In this groundbreaking examination of British war art during the Second World War, Brian Foss delves deeply into what art meant to Britain and its people at a time when the nation’s very survival was under threat. Foss probes the impact of war art on the relations between art, state patronage, and public interest in art, and he considers how this period of duress affected the trajectory of British Modernism. Supported by some two hundred illustrations and extensive archival research, the book offers the richest, most nuanced view of mid-century art and artists in Britain yet written.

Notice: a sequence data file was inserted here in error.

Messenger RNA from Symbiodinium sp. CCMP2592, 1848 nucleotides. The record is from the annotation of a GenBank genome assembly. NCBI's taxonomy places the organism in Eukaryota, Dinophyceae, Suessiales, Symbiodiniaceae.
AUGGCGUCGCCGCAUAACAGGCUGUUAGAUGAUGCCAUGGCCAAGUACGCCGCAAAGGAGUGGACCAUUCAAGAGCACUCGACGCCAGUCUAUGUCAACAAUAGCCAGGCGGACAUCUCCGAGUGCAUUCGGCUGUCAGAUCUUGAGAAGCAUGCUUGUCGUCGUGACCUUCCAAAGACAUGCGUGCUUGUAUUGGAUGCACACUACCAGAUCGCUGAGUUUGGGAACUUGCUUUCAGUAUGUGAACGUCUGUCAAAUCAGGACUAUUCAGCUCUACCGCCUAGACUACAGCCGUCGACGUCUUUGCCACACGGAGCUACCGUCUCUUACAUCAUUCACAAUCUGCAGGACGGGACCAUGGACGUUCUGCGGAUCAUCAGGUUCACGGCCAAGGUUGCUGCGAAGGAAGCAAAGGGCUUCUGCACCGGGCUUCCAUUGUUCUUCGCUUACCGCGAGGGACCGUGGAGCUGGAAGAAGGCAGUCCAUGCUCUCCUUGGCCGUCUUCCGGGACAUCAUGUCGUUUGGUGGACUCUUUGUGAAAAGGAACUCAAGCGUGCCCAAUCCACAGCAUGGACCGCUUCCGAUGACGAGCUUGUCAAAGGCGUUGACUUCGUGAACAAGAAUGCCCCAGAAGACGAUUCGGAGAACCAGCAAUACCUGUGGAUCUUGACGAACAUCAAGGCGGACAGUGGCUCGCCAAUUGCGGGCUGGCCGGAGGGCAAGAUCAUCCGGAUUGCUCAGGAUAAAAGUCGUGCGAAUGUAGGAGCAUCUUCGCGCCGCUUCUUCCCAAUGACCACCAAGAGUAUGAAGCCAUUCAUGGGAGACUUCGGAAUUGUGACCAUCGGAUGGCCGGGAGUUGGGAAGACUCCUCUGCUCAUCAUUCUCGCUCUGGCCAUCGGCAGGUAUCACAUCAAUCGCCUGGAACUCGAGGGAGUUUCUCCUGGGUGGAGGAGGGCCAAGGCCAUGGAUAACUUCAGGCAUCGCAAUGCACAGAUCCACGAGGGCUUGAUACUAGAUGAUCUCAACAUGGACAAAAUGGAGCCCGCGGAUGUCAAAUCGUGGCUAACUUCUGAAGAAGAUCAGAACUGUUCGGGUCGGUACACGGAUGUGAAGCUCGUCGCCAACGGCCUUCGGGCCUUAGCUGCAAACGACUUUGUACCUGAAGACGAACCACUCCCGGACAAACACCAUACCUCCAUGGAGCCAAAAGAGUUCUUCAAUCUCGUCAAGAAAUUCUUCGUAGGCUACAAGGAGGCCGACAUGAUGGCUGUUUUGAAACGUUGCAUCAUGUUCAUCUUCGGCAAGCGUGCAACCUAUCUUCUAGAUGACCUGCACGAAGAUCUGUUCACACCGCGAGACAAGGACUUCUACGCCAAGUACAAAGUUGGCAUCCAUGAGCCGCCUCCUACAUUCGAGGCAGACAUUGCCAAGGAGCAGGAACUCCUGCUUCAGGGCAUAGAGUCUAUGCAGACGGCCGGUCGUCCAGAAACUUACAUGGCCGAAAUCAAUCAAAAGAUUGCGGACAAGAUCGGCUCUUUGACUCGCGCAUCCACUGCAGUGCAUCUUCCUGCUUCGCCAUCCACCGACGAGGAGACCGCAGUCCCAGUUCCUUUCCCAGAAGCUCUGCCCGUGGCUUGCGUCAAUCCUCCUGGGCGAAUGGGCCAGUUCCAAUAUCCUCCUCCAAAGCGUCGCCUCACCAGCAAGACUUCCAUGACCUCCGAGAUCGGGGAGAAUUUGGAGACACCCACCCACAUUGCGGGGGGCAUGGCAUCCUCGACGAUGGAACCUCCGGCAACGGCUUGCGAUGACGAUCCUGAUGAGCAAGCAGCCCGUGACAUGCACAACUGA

The author focuses closely on Sir Kenneth Clark’s influential War Artists’ Advisory Committee and explores topics ranging from censorship to artists’ finances, from the depiction of women as war workers to the contributions of war art to evolving notions of national identity and Britishness. Lively and insightful, the book adds new dimensions to the study of British art and cultural history.
Published for the Paul Mellon Centre for Studies in British Art